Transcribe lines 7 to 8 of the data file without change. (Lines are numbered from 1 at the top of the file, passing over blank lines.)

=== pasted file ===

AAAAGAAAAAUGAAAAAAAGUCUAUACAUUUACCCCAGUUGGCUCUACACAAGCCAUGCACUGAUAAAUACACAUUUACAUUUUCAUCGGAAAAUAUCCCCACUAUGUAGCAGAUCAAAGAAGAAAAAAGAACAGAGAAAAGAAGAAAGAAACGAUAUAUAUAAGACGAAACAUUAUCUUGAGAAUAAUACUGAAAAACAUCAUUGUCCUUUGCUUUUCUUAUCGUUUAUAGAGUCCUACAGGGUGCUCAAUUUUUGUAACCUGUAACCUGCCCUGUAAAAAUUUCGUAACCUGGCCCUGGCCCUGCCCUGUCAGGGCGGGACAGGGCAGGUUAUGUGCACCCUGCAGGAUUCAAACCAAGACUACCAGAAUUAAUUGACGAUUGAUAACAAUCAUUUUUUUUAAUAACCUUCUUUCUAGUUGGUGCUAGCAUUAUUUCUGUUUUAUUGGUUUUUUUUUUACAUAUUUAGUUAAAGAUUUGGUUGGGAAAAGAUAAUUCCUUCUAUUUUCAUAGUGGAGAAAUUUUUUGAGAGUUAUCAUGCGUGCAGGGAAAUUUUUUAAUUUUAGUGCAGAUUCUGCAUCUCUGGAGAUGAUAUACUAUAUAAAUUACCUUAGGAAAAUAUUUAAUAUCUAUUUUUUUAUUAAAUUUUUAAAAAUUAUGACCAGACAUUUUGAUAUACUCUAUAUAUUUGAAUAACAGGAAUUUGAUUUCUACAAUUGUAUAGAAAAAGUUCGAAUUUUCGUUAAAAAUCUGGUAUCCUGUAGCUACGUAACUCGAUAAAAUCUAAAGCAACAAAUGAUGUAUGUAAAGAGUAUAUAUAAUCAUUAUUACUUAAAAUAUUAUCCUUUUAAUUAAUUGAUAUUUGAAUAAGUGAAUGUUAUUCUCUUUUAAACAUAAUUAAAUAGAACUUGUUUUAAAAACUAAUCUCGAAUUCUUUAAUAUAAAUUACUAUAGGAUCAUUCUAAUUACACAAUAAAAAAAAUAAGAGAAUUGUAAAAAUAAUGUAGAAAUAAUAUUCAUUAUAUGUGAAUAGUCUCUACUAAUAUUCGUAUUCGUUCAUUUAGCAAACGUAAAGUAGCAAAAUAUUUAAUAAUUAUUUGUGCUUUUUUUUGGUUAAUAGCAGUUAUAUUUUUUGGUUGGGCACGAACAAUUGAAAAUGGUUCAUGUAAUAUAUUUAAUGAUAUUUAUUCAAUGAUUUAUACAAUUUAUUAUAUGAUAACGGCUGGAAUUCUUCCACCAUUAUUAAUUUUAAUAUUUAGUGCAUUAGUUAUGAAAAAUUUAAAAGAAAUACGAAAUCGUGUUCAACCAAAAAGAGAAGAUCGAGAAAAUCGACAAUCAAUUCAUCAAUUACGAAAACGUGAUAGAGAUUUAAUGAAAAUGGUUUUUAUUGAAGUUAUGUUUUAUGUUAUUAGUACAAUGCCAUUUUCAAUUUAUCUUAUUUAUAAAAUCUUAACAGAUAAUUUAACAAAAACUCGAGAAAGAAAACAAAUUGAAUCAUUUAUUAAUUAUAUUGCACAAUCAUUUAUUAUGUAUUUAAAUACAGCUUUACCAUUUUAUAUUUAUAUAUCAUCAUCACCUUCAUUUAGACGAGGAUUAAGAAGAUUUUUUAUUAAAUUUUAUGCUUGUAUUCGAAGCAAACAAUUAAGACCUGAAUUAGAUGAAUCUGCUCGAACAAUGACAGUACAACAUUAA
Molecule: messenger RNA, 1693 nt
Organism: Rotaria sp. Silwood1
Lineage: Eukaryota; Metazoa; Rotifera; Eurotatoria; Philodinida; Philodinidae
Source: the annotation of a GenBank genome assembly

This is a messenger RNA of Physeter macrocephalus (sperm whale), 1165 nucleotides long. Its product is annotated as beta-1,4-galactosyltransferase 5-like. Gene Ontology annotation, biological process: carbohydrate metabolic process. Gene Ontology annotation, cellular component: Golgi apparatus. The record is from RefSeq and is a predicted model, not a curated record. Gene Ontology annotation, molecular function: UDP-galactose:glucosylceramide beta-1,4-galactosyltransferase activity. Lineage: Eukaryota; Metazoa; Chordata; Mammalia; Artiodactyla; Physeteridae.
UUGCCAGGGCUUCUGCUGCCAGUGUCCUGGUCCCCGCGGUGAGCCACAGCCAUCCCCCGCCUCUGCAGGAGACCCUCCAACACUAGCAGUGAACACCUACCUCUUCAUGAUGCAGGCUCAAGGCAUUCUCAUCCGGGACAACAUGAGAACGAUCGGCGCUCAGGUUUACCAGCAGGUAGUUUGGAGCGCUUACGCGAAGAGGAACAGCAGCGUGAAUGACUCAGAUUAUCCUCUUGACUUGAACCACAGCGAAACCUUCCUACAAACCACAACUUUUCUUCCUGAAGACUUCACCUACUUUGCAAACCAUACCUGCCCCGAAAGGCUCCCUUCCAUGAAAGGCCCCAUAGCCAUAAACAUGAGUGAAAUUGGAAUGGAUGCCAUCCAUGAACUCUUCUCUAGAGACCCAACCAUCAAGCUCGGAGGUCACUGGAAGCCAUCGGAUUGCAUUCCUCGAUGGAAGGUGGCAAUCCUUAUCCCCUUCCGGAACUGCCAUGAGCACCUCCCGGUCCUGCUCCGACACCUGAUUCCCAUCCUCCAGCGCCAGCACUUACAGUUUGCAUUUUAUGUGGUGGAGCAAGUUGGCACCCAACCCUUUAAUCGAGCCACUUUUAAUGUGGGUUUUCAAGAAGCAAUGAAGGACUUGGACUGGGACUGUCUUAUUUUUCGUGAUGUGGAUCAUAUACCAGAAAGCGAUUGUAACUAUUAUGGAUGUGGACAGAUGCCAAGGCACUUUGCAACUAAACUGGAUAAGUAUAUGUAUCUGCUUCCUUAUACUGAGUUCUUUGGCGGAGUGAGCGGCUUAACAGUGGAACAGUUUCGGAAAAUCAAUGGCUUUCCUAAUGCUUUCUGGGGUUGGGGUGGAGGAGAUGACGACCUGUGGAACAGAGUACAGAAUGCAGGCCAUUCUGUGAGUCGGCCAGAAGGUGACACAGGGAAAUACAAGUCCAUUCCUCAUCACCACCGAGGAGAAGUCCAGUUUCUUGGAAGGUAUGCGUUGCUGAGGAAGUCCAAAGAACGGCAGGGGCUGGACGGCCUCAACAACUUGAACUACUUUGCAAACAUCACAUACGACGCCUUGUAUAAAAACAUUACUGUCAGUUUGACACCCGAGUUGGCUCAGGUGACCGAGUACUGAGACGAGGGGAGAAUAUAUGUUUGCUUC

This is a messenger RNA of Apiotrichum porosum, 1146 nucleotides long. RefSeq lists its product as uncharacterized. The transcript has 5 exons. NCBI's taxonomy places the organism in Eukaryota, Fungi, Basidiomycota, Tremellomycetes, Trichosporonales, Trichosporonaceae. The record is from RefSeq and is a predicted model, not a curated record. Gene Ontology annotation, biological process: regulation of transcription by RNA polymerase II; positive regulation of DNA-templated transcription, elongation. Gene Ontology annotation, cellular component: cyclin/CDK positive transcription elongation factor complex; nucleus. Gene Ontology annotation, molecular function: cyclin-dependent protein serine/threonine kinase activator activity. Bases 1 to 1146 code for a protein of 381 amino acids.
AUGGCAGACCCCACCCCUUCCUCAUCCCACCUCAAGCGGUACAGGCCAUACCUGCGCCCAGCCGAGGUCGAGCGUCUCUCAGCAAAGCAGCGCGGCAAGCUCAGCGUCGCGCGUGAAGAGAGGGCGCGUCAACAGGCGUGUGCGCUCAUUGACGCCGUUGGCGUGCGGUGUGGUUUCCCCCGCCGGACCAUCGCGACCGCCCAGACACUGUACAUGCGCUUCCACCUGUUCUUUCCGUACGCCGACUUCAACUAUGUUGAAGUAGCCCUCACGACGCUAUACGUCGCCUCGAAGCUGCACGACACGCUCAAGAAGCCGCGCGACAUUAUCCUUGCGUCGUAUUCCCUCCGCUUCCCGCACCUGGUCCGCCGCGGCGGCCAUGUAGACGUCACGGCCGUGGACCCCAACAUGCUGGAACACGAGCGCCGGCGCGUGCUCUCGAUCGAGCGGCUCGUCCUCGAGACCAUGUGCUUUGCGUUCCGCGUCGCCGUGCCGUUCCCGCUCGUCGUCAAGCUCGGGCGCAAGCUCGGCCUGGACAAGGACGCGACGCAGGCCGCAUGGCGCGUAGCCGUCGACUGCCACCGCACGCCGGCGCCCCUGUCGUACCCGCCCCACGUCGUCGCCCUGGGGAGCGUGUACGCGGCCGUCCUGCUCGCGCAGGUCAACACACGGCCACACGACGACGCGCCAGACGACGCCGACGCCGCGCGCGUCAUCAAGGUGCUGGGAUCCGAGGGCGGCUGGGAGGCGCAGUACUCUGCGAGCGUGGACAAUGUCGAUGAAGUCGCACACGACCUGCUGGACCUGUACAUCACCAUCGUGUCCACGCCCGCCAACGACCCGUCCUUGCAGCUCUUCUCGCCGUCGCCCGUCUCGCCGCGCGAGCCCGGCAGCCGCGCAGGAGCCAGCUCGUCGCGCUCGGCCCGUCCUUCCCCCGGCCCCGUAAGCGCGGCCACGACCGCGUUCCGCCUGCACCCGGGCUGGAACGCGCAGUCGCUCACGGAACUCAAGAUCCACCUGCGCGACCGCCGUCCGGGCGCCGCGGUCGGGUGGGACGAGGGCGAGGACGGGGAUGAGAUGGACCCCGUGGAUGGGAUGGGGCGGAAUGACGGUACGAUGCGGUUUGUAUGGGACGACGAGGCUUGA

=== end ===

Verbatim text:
UUGCCAGGGCUUCUGCUGCCAGUGUCCUGGUCCCCGCGGUGAGCCACAGCCAUCCCCCGCCUCUGCAGGAGACCCUCCAACACUAGCAGUGAACACCUACCUCUUCAUGAUGCAGGCUCAAGGCAUUCUCAUCCGGGACAACAUGAGAACGAUCGGCGCUCAGGUUUACCAGCAGGUAGUUUGGAGCGCUUACGCGAAGAGGAACAGCAGCGUGAAUGACUCAGAUUAUCCUCUUGACUUGAACCACAGCGAAACCUUCCUACAAACCACAACUUUUCUUCCUGAAGACUUCACCUACUUUGCAAACCAUACCUGCCCCGAAAGGCUCCCUUCCAUGAAAGGCCCCAUAGCCAUAAACAUGAGUGAAAUUGGAAUGGAUGCCAUCCAUGAACUCUUCUCUAGAGACCCAACCAUCAAGCUCGGAGGUCACUGGAAGCCAUCGGAUUGCAUUCCUCGAUGGAAGGUGGCAAUCCUUAUCCCCUUCCGGAACUGCCAUGAGCACCUCCCGGUCCUGCUCCGACACCUGAUUCCCAUCCUCCAGCGCCAGCACUUACAGUUUGCAUUUUAUGUGGUGGAGCAAGUUGGCACCCAACCCUUUAAUCGAGCCACUUUUAAUGUGGGUUUUCAAGAAGCAAUGAAGGACUUGGACUGGGACUGUCUUAUUUUUCGUGAUGUGGAUCAUAUACCAGAAAGCGAUUGUAACUAUUAUGGAUGUGGACAGAUGCCAAGGCACUUUGCAACUAAACUGGAUAAGUAUAUGUAUCUGCUUCCUUAUACUGAGUUCUUUGGCGGAGUGAGCGGCUUAACAGUGGAACAGUUUCGGAAAAUCAAUGGCUUUCCUAAUGCUUUCUGGGGUUGGGGUGGAGGAGAUGACGACCUGUGGAACAGAGUACAGAAUGCAGGCCAUUCUGUGAGUCGGCCAGAAGGUGACACAGGGAAAUACAAGUCCAUUCCUCAUCACCACCGAGGAGAAGUCCAGUUUCUUGGAAGGUAUGCGUUGCUGAGGAAGUCCAAAGAACGGCAGGGGCUGGACGGCCUCAACAACUUGAACUACUUUGCAAACAUCACAUACGACGCCUUGUAUAAAAACAUUACUGUCAGUUUGACACCCGAGUUGGCUCAGGUGACCGAGUACUGAGACGAGGGGAGAAUAUAUGUUUGCUUC

This is a messenger RNA of Apiotrichum porosum, 1146 nucleotides long. RefSeq lists its product as uncharacterized. The transcript has 5 exons. NCBI's taxonomy places the organism in Eukaryota, Fungi, Basidiomycota, Tremellomycetes, Trichosporonales, Trichosporonaceae. The record is from RefSeq and is a predicted model, not a curated record. Gene Ontology annotation, biological process: regulation of transcription by RNA polymerase II; positive regulation of DNA-templated transcription, elongation. Gene Ontology annotation, cellular component: cyclin/CDK positive transcription elongation factor complex; nucleus. Gene Ontology annotation, molecular function: cyclin-dependent protein serine/threonine kinase activator activity. Bases 1 to 1146 code for a protein of 381 amino acids.